As a kaiju, Hedorah is certainly a powerhouse. While his extreme durability seemed questionable to me on previous viewings, finding out he is merely a chemical compound with no centralized nervous structure, that he can regenerate from crumb-sizes pieces if they join together, and that his basic cellular structure is akin to carbon or diamond (though I still don’t get how that translates to a liquid sludge), it makes sense why he is so absolutely powerful. While I never bought King Ghidorah as a world-destroyer (it seems like it would take him several hundred years with his slow-flying, one-gravity-bolt-at-a-time methodology), Hedorah does feel like a true extinction-threat. He pours out jets of lethal acid (sometimes more fatal than others, depending on how many main characters are in the area) just to fly himself around. He feeds on all of our cast-off (and as Yukio says, all organisms produce waste, thus he’d have the ability to grow to an almost unlimited degree even if our industrial habits weren’t deplorable), the more he destroys, the more becomes food for him, and his very touch is death.

Except, when it's not, like with that one random cat. (Again, when the sledge and the acid are fatal, and when they're not, is maddeningly inconsistent the film.)

But the overall situation gets the point across; Hedorah is a corrosive, toxic, nearly-unstoppable menace in the ‘Zombie Plague’ mode- as everything that falls to decay because of him simply makes him stronger. The idea that Godzilla can hardly defeat him (and might not have, if he'd gone much longer), and only with the assistance of some unreliable technological wizardry- all serve to portray what a horrifying, mindbogglingly huge problem that pollution can be. It works as an emotionally-effective parable of how quickly the problem can grow beyond us if we allow our worst excesses to go unchecked. They will balloon to a size beyond our ability to handle.

In that way, the dark, almost nihilistic tone, the threat of another Hedorah appearing when it seems that the world barely survived the first one, and the unlimited potential for more to spawn manage to communicate an existential horror on the level of the original Gojira and atomic radiation itself! (Which… may be overstating its case just a tad.) :)

However, one has to discard or get past all of the rigmarole and trappings of bizarre filmmaking in order to actually get to that point. Previous entries in the Godzilla franchise, those tackling anti-nuclear themes, managed to weave their parables into the narrative in a way that communicated the horror clearly and concisely in compliment to telling a giant monster story. (The perfect balance of this is what makes the original Gojira so effective.) In this film, the plot and filmmaking style are actually the obstacles that one has to overcome in order for the message to come through clearly. It is a house divided against itself; a film whose style conflicts with its substance.


Godzilla himself is more intelligent and anthropomorphized than we've seen him to date- communicative, problem-solving, and serving as a kinetic projectile for the first (but not quite the most infamous) time. But we'll get to that.

In his first (non-dream) appearance, he seems a little too obsessed with taunting Hedorah; his chin-scratching gesticulation goes on for far too long. (I wonder if those gestures had a specific cultural meeting in Japan that would be lost on a western audience? They were incomprehensible to me, but their intent was clear). Then, it goes from lack of action to absurdity as we get to the Keystone Cops fast-motion spin… a bit of off-kilter seriousness that is juxtaposed with the seriously-atonal horrific death of innocent bystanders… and this won’t be the last time we get that strange juxtaposition.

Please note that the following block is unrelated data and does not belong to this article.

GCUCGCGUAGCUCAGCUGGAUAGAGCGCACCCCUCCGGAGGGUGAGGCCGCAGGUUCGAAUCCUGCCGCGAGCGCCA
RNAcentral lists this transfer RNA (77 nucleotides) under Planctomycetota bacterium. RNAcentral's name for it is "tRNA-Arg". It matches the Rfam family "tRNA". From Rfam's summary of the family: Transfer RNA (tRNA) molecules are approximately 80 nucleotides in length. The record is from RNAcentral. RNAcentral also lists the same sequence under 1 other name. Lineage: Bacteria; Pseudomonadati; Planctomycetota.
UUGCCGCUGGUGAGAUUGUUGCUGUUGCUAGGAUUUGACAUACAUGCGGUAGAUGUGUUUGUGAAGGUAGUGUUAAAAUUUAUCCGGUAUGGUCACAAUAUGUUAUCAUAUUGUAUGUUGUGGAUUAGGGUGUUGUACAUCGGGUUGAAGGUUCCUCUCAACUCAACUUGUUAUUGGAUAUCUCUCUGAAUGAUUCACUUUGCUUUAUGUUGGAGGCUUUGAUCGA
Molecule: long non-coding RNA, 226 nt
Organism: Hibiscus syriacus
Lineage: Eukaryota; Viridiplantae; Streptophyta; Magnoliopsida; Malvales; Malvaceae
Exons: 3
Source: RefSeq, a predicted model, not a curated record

Here, Godzilla is a full-on hero. He's a guardian of the Earth; a protector who explicitly shows up whenever there is trouble. His main showcase is, of course, the fight at Mount Fuji, as all of his previous engagements go rather poorly and end abruptly. Even at the mountain, he's used in a strangely scattershot way, almost as a plot device or a prop, more than a major combatant- apparently getting out of the mud-pit off screen, and disappearing for inexplicable lengths of time as those trucks interminably flash their headlights (in impossibly-perfect synchronization) at Hedorah, in a sequence that goes on far too long. (Or maybe an explanation for both the escape and the absence were shown, and my psychedelic-light-show-stupefied mind simply failed to process them in its numbed state.)

Still, though Godzilla’s presence is surprisingly spotty, this is a good and very desperate fight. Though Hedorah’s ray doesn't seem especially potent, his powerful acid is clearly putting a major hurt on Godzilla., and the damage to his eye and hand represent a more visceral, lasting damage as a consequence of the fight than we're used to seeing. (Negative points for film-flipping that causes those injuries to switch sides several times during the fight, though.) The battle is played as appropriately dire, and when Godzilla, burned and half-blinded, is stuck in a pit with Hedorah diarrhea-ing sludge down on him, it seems as if his defeat is a very real possibility.

And then we get Godzilla ripping out Hedorah’s ovaries, (my wife, extremely perturbed and trying to make sense of this scene, eventually concluded that this is what they are) and it seems like a Godzilla victory. Only then an equally-large creature bursts out of Hedorah’s corpse no worse for the wear (even though Godzilla clearly reached in and tore out things from well within this inner-creature’s volume)…